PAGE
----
τίασις
, ἀποδοῦναι τῆι ὑστεραίαι τὸ ἀργύριον τὸ λοιπὸν τὸν ταμί-
αν
οὗ ἂν ἐγλάβηι· ἂν δὲ μή, ἀπεῖναι αὐτῶι τῆς ἐγλαβῆς τὸ πέμ-
20πτομ
μέρος· κτλ.

Translation

[...] are [...] the law [... that] Polypeithes [proposed concerning (?) ...]. The [probouloi who are in office at a given time] are to make a contract in the month Maimakterion [...] on the 22nd (?), and pay 150 drachmae to the person who has received the contract (5) for sacrificial animals. He who takes on the duty is to provide a surety acceptable to the probouloi that he will give the feast as prescribed by the law. The sacrifice is to consist on the one hand of an ox that has shed (its first teeth), on the other, of a female sheep that has shed (its first teeth). If he sacrifices anything of the pig, it must not be older than one and a half years. He has to provide a feast for the citizens, for those invited by the city, (10) for the resident foreigners and all freedmen who pay their taxes to Koresia. He is to provide a meal and wine as well as snacks and all the rest in a suitable manner, and a weight of meat for each man, being weighed raw, of no less than two minai, and from the belly, all that the sacrificial beasts have. The probouloi (15) and the treasurer and the herald must examine the beasts and weigh the meat and preside at the rites. He should serve the evening meal "at ten feet" and provide sufficient wine until sunset. If the feast is formally approved, the treasurer is to give on the following day the rest of the money for which he undertook the contract. If not, then one fifth of the sum of his contract is to be deducted.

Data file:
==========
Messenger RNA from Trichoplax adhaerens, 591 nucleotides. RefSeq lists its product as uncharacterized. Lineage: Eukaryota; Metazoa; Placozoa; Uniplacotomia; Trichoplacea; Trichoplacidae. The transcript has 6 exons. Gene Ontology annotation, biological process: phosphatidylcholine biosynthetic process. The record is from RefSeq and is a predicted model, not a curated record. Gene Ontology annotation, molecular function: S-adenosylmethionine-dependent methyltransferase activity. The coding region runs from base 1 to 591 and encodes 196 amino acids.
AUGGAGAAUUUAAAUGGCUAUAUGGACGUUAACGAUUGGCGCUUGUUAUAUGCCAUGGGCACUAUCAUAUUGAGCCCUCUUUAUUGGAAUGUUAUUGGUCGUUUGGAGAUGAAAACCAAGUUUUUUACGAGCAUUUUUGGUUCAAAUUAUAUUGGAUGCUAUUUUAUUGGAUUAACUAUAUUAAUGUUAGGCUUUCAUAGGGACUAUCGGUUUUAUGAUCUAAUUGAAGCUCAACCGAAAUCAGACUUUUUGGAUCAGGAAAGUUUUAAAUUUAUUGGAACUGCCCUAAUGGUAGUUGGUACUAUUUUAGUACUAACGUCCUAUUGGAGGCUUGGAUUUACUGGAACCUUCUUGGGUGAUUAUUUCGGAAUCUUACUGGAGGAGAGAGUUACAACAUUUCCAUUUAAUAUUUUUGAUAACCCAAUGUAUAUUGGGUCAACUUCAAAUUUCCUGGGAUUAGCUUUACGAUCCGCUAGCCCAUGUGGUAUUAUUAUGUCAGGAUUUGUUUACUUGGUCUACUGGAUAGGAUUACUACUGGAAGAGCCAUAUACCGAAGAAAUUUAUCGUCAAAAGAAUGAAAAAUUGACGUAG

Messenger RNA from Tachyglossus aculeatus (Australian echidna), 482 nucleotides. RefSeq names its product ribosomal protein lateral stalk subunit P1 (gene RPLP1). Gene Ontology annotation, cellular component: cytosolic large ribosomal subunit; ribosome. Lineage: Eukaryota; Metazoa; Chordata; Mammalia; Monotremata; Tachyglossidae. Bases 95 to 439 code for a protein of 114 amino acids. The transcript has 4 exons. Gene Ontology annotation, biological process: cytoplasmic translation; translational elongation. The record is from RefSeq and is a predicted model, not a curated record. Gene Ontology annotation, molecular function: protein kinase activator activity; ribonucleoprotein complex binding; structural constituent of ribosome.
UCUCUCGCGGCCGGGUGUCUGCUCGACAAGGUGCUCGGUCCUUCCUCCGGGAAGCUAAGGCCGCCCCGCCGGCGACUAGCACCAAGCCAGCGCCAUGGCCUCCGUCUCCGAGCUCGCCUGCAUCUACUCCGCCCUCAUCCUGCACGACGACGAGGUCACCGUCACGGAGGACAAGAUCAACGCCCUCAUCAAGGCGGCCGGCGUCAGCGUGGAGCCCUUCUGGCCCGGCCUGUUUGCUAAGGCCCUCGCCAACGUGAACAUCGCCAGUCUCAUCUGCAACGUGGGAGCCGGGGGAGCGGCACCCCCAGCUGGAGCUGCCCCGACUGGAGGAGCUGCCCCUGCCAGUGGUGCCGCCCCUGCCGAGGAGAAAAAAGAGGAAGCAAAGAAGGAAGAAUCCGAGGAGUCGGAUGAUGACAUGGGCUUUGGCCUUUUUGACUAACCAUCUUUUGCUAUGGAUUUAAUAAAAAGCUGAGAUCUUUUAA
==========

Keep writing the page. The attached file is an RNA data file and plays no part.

Traduction

[...] sont [...] la loi [... que] Polypeithès [propose à propos de ...]. Les [probouloi en charge] doivent faire un appel d'offre au mois de Maimakterion [...] le 22 (?) et payer 150 drachmes à celui qui a reçu le contrat (5) pour les animaux sacrificiels. Le contractant doit fournir l'assurance, escomptée par les probouloi, qu'il organisera la fête selon la loi. Qu'il sacrifie d'une part le boeuf qui a perdu ses dents de lait et d'autre part la brebis qui a perdu ses dents de lait. S'il sacrifie quelque porc, il ne sera pas plus âgé qu'un an et demi. Qu'il organise une fête pour les citoyens, pour ceux que la cité invite, (10) pour les résidents étrangers et les affranchis qui paient les taxes à Koresia. Qu'il fournisse un repas, du vin et des snacks, ainsi que tout le reste de manière adéquate, et une portion de viande par personne, pesée cure, de pas moins de deux mines et, hors de l'abdomen, tout ce que les animaux pourraient offrir. Que les probouloi (15) et le trésorier, ainsi que le héraut examinent les bêtes, pèsent la viande et président aux rites. Que l'on serve le repas "à dix pieds" et que l'on fournisse assez de vin jusqu'au coucher du soleil. Si la réception est approuvée, que le trésorier donne le jour suivant le reste de l'argent prévu par contrat. Sinon, qu'un cinquième de la somme du contrat soit déduite.